Georgia Power is shelving, at least temporarily, plans to add additional nuclear power generating capacity at a proposed plant in Stewart County, just south of Columbus. Dave Williams of the Atlanta Business Chronicle brings the news:
The PSC voted last summer to authorize Georgia Power to spend up to $99 million to cover the early stages of the project in Stewart County through the second quarter of 2019.
But since then, Toshiba Corp. has announced that subsidiary Westinghouse Electric Co. – the chief contractor currently building nuclear plants in South Carolina and at Georgia Power’s Plant Vogtle – will stop constructing nuclear reactors. Last month, Toshiba blamed a projected $6.3 billion write-down on losses from its U.S. nuclear operations.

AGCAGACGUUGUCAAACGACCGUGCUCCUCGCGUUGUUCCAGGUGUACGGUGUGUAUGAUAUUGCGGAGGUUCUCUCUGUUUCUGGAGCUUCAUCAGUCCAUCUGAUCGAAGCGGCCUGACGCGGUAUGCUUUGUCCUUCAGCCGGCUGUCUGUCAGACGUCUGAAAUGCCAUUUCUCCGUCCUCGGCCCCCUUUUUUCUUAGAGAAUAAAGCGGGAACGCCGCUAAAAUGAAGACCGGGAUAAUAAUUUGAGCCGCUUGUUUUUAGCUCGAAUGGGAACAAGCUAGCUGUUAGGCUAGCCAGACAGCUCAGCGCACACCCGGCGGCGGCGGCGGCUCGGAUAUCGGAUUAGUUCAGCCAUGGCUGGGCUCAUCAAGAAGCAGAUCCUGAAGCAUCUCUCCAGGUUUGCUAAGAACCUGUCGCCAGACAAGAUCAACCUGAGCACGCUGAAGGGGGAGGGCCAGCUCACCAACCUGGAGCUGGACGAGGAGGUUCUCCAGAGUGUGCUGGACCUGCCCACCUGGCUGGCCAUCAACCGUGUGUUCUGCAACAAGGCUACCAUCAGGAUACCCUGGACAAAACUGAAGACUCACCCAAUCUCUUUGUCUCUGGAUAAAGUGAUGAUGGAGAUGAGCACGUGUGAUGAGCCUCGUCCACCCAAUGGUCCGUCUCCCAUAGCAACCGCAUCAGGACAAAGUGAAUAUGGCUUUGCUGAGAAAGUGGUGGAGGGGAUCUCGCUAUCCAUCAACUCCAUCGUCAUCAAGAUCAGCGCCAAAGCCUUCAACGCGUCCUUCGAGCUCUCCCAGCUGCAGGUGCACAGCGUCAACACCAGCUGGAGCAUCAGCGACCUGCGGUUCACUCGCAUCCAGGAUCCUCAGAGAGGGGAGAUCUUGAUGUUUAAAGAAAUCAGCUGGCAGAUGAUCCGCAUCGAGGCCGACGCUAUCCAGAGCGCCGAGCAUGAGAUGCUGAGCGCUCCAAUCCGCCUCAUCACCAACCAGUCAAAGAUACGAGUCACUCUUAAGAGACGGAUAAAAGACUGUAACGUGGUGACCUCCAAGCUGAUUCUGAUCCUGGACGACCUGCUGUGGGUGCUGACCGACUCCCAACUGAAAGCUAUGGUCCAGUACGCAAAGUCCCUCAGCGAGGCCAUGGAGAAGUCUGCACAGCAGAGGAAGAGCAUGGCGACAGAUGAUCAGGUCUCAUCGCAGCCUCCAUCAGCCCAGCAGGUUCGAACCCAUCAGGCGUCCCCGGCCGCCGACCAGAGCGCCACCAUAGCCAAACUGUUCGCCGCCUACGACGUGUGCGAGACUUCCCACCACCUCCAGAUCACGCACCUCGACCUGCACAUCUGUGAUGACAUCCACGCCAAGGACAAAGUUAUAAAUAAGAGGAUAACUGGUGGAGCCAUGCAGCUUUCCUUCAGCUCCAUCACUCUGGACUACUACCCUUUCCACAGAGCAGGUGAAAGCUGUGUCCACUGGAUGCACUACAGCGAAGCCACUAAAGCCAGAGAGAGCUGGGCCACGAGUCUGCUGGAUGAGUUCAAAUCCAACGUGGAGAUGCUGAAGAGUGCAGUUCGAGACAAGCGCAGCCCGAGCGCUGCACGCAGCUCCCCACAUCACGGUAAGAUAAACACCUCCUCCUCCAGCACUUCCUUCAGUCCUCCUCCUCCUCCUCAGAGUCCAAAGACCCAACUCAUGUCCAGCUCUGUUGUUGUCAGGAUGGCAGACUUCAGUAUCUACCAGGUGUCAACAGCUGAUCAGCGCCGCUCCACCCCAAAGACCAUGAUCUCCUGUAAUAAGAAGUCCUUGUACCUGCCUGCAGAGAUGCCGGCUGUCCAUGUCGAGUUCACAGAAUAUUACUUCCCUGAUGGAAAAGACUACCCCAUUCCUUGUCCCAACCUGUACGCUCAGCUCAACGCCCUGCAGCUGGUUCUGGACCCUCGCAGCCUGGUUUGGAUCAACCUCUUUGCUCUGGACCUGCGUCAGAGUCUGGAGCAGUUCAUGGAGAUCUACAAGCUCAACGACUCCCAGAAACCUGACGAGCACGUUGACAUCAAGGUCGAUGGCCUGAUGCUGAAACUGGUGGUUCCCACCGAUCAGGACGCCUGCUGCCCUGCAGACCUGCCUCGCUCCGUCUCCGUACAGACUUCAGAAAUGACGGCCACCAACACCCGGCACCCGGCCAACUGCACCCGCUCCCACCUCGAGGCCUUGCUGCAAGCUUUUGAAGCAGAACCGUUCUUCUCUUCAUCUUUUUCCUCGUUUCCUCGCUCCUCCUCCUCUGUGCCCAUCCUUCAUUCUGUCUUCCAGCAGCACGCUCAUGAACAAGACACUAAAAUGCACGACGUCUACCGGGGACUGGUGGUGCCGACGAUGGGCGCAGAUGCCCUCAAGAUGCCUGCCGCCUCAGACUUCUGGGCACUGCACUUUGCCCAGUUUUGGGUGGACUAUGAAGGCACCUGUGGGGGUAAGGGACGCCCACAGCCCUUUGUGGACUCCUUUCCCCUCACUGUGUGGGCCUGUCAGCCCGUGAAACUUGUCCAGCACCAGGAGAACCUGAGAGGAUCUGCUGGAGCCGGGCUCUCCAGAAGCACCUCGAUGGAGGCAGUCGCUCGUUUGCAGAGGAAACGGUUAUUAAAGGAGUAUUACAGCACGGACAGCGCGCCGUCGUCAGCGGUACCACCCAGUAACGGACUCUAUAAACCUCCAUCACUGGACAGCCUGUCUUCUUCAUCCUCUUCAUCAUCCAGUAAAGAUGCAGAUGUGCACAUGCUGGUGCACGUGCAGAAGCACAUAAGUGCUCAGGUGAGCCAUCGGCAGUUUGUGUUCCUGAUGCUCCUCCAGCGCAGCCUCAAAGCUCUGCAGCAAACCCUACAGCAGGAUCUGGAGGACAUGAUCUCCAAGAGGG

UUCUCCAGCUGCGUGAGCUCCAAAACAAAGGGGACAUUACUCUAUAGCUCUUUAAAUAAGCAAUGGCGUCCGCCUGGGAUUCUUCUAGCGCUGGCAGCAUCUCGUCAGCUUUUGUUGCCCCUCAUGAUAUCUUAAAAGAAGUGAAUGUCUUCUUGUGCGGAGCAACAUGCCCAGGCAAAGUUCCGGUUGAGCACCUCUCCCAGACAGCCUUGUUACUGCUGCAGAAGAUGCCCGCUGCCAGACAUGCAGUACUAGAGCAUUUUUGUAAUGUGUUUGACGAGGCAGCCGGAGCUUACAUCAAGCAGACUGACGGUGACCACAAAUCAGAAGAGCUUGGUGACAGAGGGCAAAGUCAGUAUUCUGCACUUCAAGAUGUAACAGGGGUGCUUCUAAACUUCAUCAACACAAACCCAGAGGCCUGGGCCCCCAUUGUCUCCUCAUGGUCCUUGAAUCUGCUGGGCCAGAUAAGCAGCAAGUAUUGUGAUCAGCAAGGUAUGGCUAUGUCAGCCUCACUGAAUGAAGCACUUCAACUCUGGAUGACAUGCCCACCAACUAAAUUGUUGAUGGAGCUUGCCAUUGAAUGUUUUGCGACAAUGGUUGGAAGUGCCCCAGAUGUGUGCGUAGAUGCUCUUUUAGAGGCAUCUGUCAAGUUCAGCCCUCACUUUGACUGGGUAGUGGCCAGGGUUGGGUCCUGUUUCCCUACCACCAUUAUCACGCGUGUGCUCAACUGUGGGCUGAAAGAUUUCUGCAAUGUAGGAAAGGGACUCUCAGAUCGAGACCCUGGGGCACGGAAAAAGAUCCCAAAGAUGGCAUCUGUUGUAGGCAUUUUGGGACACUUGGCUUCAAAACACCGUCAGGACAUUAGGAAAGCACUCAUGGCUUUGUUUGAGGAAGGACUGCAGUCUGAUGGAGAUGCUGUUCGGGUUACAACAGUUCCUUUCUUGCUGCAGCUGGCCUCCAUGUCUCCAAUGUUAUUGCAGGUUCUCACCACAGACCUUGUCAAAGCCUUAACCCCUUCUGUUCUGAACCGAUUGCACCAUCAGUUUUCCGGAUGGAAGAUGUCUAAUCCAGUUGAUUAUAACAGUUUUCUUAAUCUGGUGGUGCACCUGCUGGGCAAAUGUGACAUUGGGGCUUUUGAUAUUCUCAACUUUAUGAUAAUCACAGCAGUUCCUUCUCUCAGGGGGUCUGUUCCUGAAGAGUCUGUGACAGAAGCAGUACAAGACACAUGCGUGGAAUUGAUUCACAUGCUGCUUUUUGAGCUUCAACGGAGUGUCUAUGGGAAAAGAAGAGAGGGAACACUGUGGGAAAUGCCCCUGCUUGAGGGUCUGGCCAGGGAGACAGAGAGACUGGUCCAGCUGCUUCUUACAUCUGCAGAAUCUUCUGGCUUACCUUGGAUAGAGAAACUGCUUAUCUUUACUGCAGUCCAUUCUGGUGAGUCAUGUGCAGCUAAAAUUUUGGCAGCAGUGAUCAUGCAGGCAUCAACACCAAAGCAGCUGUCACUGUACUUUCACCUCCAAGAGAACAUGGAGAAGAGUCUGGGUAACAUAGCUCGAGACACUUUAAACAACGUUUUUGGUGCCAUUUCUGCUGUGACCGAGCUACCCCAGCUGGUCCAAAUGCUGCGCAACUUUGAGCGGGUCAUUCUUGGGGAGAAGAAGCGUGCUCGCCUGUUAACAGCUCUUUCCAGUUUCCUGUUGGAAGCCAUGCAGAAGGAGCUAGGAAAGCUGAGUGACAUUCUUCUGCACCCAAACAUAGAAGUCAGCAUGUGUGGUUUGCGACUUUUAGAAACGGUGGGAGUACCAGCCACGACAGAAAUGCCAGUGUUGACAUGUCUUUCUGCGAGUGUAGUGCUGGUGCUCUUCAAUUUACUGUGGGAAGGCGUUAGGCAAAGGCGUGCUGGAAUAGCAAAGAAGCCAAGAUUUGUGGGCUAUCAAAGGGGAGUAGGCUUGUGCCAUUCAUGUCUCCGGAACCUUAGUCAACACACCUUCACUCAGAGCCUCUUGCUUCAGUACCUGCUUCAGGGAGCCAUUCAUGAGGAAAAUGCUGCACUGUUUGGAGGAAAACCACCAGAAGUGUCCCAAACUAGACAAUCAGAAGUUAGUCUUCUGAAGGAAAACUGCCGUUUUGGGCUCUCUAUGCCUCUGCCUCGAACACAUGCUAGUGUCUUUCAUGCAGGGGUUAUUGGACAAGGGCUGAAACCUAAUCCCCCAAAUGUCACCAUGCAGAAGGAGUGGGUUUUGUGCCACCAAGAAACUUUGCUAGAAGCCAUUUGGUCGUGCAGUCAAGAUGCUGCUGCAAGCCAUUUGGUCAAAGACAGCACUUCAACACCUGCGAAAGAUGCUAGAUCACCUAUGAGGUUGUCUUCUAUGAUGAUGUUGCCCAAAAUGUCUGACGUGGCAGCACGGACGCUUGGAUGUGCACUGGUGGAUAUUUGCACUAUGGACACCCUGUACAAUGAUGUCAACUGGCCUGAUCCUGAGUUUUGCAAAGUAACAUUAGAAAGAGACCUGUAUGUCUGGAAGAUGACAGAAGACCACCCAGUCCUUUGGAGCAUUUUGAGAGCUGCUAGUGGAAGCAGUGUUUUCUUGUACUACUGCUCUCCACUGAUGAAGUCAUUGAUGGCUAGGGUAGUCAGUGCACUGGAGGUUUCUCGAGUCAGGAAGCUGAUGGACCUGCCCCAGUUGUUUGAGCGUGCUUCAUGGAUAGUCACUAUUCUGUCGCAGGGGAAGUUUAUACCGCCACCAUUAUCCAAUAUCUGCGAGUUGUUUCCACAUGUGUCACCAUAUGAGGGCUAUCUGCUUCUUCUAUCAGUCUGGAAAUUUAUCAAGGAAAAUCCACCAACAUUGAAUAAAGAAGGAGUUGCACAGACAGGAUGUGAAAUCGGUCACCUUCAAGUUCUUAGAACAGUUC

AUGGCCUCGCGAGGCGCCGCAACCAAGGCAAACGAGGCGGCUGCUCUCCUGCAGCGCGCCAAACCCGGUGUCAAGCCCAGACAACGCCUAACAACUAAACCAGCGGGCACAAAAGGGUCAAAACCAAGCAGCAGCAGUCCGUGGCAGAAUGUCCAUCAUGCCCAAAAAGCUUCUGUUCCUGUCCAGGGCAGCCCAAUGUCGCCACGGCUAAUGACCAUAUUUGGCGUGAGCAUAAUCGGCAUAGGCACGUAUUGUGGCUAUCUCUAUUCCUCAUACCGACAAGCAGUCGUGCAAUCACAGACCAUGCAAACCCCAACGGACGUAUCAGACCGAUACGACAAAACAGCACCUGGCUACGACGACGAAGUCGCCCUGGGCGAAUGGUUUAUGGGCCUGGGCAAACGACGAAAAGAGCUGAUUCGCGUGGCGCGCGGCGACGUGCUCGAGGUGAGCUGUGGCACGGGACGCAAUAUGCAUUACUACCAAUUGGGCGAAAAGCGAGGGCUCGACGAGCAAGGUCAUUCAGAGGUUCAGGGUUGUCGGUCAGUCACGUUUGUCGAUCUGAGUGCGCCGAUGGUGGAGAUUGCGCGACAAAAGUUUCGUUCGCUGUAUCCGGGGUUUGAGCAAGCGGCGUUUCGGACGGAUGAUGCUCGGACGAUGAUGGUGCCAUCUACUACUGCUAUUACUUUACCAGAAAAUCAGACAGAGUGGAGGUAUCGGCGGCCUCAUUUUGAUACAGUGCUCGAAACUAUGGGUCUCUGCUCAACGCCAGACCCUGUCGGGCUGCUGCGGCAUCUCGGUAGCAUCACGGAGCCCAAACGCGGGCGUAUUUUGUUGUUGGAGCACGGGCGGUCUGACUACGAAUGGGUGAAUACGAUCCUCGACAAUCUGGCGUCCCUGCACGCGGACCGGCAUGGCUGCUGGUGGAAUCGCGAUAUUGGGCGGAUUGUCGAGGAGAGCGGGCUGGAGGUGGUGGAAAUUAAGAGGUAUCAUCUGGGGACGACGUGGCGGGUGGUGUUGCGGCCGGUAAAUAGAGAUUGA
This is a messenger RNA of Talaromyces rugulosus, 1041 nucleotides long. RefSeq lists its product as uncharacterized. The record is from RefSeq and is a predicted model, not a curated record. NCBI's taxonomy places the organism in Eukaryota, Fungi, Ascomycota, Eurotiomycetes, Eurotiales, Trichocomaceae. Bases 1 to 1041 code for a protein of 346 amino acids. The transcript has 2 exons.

In a letter dated March 1, a lawyer representing Georgia Power wrote that the work in Stewart County is being suspended because demand projections show there will be no need for new nuclear generation of electricity until outside the utility’s three-year planning process.
Much of the risk for cost escalation at Plant Vogtle has been born by Toshiba Corp, which has taken a toll on that company. A suspension of planning for new nuclear capacity is prudent at this time to ensure that there will still be companies out there willing to undertake similar risk in the future.
The demand question seems settled: Georgia remains the 4th fastest growing state in the country, and the automotive world seems ready to begin a wholesale move toward plug in electric cars. How much of that demand can be met by renewables, and how much of that demand must be met by nuclear or carbon based baseline energy production (coal, natural gas, or diesel) remains the big question. If nuclear is to be part of the answer, finding another large corporation willing to take billions of dollars in long term construction risk to shield taxpayers and rate payers seems critical.